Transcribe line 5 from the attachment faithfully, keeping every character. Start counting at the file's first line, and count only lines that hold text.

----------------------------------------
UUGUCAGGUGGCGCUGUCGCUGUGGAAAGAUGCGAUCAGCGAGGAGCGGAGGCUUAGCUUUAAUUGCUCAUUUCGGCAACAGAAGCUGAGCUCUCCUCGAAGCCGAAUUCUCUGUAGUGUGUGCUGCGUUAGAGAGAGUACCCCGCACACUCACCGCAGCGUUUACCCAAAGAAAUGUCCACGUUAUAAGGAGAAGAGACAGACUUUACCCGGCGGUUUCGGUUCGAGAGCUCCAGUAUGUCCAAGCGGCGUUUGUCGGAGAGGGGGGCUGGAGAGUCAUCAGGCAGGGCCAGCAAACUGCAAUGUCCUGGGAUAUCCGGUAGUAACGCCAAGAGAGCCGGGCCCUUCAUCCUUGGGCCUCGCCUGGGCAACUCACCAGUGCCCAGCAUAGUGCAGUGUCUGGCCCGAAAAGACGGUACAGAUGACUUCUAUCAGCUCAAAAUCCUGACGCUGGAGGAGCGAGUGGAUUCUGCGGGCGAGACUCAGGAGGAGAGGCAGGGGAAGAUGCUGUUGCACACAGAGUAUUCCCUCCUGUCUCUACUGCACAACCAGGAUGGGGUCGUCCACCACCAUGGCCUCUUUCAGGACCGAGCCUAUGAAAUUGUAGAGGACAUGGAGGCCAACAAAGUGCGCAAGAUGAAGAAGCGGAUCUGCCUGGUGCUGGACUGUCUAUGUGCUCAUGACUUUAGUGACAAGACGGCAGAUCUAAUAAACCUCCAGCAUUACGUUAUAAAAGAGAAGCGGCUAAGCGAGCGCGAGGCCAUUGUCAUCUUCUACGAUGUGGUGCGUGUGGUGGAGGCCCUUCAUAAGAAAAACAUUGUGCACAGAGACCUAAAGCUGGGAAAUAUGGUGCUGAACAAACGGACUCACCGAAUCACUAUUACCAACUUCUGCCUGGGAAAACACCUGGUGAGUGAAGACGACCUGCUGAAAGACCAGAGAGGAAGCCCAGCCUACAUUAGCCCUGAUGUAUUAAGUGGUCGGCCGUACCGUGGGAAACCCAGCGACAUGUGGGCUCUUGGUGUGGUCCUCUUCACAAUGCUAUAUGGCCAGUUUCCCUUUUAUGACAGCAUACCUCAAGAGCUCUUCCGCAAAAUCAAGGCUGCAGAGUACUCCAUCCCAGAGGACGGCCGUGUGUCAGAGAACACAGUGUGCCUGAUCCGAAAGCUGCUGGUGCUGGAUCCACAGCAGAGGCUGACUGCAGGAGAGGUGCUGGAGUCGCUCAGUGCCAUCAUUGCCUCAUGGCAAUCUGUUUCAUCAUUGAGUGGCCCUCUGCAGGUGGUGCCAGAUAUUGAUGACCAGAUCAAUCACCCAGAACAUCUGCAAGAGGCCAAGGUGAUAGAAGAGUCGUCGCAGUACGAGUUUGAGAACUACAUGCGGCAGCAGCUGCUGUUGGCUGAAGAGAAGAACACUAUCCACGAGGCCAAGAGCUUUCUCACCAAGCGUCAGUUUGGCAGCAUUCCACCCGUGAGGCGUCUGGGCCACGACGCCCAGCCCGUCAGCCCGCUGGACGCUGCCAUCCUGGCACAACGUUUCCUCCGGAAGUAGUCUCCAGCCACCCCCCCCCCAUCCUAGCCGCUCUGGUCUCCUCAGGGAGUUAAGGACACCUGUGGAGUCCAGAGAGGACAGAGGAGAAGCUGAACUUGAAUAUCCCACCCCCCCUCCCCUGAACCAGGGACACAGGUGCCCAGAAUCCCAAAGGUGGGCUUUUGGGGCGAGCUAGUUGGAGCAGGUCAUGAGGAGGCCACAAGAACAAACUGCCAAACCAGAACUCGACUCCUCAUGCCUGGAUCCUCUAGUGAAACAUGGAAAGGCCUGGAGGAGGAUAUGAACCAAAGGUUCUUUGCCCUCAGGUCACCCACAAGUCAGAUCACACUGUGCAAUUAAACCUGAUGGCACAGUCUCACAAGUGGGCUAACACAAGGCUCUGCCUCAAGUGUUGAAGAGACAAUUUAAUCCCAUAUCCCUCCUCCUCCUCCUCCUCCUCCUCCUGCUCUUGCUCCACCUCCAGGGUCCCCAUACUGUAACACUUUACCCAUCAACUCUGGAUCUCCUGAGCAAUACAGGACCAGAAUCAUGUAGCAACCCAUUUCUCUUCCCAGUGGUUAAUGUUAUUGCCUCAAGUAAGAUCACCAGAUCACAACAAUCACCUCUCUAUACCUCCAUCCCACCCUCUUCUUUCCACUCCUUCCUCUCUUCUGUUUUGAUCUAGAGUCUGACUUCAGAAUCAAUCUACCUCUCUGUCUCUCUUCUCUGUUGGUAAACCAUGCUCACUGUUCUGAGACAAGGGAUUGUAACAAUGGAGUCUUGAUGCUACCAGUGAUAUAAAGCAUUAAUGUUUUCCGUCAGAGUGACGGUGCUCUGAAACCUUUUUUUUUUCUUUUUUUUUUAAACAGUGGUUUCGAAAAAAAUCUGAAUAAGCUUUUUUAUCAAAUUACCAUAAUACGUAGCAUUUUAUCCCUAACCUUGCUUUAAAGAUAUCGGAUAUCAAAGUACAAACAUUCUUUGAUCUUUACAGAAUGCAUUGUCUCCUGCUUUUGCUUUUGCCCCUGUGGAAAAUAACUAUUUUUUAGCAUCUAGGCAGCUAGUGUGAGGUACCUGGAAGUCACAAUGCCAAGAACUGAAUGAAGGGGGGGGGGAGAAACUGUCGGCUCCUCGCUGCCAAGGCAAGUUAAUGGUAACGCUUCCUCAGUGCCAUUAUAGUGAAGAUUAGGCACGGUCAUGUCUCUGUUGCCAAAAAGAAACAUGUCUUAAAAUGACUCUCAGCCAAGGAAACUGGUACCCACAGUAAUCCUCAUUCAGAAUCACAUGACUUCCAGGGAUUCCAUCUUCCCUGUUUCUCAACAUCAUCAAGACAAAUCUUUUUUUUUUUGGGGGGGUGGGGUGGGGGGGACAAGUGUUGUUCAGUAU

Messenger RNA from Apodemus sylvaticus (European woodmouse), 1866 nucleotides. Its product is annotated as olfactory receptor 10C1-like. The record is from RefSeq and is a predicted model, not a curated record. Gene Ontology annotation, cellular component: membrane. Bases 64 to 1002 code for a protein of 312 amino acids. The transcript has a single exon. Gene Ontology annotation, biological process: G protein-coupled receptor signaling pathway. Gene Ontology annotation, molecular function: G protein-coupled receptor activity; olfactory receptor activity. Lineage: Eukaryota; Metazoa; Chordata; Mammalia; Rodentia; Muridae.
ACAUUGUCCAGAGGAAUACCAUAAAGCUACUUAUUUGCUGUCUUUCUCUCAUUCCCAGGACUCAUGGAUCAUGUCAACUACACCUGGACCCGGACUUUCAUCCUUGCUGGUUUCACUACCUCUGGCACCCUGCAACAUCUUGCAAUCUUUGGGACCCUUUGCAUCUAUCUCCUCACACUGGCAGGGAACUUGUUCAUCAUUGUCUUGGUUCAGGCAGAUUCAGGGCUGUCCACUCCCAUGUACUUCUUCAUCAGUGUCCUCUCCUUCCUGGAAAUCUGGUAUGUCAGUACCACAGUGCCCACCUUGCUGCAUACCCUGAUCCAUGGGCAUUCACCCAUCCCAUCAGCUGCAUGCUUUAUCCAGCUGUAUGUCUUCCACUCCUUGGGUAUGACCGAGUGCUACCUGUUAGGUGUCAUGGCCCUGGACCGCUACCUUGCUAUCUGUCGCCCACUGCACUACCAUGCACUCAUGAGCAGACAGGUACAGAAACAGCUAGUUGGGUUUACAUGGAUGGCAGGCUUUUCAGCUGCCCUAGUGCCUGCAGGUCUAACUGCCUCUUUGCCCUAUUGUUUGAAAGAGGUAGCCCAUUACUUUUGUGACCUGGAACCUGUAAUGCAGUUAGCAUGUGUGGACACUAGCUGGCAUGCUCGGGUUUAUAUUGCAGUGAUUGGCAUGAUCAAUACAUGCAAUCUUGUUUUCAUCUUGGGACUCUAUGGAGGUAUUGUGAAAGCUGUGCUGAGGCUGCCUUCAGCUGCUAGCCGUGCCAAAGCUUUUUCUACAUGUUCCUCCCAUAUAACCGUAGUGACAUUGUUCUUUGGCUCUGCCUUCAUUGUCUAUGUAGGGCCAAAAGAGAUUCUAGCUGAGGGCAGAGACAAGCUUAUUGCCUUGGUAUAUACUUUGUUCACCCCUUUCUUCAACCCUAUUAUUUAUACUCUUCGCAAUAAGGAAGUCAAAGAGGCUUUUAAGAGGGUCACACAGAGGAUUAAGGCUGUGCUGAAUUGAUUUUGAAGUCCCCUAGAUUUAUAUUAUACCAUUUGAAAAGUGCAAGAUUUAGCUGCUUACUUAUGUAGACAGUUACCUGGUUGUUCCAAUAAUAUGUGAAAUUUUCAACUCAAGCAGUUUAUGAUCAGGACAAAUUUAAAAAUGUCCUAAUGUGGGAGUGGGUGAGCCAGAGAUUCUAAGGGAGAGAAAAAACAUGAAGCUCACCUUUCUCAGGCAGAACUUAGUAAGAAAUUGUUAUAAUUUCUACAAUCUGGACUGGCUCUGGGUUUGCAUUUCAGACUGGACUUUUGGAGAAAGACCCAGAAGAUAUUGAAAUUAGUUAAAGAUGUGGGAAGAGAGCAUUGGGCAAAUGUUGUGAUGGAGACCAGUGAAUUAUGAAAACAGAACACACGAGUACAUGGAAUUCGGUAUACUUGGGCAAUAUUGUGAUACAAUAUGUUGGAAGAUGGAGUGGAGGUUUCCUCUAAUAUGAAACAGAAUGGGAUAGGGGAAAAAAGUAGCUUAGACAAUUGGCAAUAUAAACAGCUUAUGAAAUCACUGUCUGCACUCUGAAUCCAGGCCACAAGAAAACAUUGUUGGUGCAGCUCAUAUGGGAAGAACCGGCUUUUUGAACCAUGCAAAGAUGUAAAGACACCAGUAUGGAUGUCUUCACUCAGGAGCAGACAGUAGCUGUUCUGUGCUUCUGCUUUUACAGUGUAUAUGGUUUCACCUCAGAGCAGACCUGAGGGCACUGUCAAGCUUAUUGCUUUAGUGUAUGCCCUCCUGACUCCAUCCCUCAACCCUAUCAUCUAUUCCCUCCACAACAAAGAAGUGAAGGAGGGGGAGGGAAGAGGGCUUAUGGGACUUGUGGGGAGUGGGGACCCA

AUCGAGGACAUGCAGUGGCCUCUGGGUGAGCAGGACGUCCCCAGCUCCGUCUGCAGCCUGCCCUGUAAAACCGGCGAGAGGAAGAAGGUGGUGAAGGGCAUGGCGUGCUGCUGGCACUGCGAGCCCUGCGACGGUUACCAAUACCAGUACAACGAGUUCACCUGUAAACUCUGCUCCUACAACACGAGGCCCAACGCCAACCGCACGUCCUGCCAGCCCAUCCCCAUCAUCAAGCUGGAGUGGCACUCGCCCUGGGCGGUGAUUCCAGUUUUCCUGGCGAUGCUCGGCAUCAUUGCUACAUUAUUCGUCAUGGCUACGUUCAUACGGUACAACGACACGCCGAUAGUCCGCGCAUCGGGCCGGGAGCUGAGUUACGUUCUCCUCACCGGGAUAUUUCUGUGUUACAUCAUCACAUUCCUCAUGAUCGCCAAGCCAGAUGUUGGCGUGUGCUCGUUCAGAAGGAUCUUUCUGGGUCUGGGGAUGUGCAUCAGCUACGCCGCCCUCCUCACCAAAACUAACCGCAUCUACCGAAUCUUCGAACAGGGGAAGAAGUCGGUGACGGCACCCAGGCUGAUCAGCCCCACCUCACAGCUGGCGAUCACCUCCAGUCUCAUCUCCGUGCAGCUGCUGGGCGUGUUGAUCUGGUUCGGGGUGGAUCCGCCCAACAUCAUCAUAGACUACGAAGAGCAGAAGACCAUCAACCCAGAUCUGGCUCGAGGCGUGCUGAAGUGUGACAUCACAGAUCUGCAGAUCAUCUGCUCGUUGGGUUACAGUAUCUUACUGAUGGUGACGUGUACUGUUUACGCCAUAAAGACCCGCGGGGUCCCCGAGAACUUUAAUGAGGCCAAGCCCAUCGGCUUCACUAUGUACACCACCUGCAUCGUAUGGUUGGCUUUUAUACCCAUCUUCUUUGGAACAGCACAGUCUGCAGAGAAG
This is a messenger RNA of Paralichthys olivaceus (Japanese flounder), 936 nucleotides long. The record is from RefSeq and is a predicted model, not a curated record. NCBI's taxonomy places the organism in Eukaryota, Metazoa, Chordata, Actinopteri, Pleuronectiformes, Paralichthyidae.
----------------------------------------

This is a messenger RNA of Paralichthys olivaceus (Japanese flounder), 936 nucleotides long. The record is from RefSeq and is a predicted model, not a curated record. NCBI's taxonomy places the organism in Eukaryota, Metazoa, Chordata, Actinopteri, Pleuronectiformes, Paralichthyidae.